I am in the (very slow) process of decluttering and it is, quite frankly, torturous. Whoever said decluttering was therapeutic was correct, it’s just that they forgot to mention that the therapy comes with a hefty side order of frustration, exhaustion and feeling, at times, completely overwhelmed and over it.
Now I’m not a hoarder, however I’m just not the best at throwing things away. Clothes hang around far beyond their use-by date, already-read magazines have a habit of turning up in my study, and mail apparently lives in one of three different boxes ‘just in case’ I need that bank statement from 2014. There’s no emotional attachment to these things; I guess, if I’m completely honest with myself, I’m just a bit lazy. I mean, seriously – there are always better things to do than decluttering, and if you can’t find something better to do then you’re not looking hard enough.
Having said all of that, I’m extremely conscious of not letting my lack of joy regarding decluttering allow my house to get out of control. My dirty secret is hidden in cupboards, far away from the gaze of visitors who, most likely, would comment (and have done) that my house is neat and tidy. Which it is. Except for the horrors which lurk in the shadows. I’m not proud of my little secret – in fact, it horrifies me. Why? Because, as I’ve mentioned in the past, my mother is a hoarder. A class A, crap everywhere, overflowing-piles-of-junk, hoarder.
It dawned on me recently that my mother’s problem started with overflowing cupboards of crap, which grew and grew until my childhood bedroom was so full of ‘things’ (I have no idea what all these ‘things’ are – I’d wager that neither does she) that there is now only a clearance of about 30cm (roughly 12″) between the top of the mountain of stuff and the ceiling. The thought of being even remotely like that terrifies me, so it serves as a constant wake-up call to keep my own crap to a bare minimum.
Thankfully, the task isn’t massive – in our two-bedroom home, all I have to worry about sorting out is the contents of two wardrobes, two cupboards and the dozen or so boxes in our garage – boxes which, I might add, have been sitting in there since we over in. In February. It’s now December. I read an article recently by Dr Bruce Wells which cited a study by the Australia Institute that found, of those people who had moved “26% of them had up to 7 boxes still unpacked six months later” (Wells 2016, news.com.au). Guilty as charged. The good news there, however, is that I can clearly live without that stuff and so, as soon as I can be bothered, all that crap has a date with either eBay or my local charity store.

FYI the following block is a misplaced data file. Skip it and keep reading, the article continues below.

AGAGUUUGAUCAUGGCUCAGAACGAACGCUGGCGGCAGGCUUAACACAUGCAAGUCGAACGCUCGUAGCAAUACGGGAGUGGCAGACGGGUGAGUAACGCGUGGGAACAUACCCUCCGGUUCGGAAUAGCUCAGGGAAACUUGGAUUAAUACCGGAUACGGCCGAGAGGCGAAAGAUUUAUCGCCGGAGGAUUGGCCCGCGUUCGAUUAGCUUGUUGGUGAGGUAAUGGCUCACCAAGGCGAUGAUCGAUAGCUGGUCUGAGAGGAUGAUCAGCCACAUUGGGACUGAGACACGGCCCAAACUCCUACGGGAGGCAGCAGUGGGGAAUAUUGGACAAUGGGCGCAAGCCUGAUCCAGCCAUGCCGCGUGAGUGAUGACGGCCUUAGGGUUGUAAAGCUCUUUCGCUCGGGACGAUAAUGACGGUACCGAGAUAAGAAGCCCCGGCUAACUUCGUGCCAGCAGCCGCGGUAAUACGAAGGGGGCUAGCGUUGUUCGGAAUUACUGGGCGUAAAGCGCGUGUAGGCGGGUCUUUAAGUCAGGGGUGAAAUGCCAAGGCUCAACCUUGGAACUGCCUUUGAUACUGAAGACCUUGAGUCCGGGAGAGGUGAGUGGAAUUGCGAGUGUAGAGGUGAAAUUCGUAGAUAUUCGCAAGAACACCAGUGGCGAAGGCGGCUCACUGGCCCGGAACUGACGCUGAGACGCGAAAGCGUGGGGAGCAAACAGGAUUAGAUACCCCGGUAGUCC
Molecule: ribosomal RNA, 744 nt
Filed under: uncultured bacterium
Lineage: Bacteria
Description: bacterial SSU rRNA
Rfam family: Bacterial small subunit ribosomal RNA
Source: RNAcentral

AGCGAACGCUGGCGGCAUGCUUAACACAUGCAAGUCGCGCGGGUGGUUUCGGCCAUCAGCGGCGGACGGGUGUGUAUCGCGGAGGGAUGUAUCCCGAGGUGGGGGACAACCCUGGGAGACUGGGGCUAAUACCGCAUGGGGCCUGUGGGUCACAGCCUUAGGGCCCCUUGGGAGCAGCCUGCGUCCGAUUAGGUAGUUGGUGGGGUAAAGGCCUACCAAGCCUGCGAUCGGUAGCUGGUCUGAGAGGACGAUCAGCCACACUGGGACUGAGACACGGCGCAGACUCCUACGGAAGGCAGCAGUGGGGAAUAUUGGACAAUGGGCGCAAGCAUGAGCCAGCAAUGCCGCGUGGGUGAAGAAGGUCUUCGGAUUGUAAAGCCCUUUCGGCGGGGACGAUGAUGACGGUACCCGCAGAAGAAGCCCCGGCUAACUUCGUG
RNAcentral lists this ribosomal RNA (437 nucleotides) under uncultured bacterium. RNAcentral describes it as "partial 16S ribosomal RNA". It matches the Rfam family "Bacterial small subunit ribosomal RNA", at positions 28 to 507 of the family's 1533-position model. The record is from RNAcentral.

As lazy as I might be with actually getting off my butt and sorting through my crap in order to get rid of it, I cannot deny that I absolutely love the feeling of freedom that comes with making my life just a little bit lighter. Every now and then I have a flight of fancy and announce to my partner that I’d like to get our lives down to just a suitcase each, which is usually met with laughter and gentle mocking because, let’s face it, I’m just not one of those people, and I know it. That’s fine. I’m content to find the middle ground; to have a small collection of things which hold genuine meaning and which make me happy when I look at them.
Getting rid of unwanted stuff is a great way to make you feel better about your home. Seeing clutter (or even knowing it is lurking behind closed doors) can create stress and anxiety, whilst decluttering can improve your happiness, increase creativity and productivity, and if you happen to be selling your house you will find that (surprise surprise) an uncluttered house sells far more quickly (and often for a higher price) than a cluttered one (Wells 2016).
And so I must return to my own decluttering. Right after I pop to the grocery store. After all, change doesn’t happen overnight (and, not to mention the fact that decluttering goes perfectly with a cheeky little Sauvignon Blanc or Rosé…). Keep an eye out on eBay for all that stuff I’ll be getting rid of soon… soon-ish… in the not-too-distant future.
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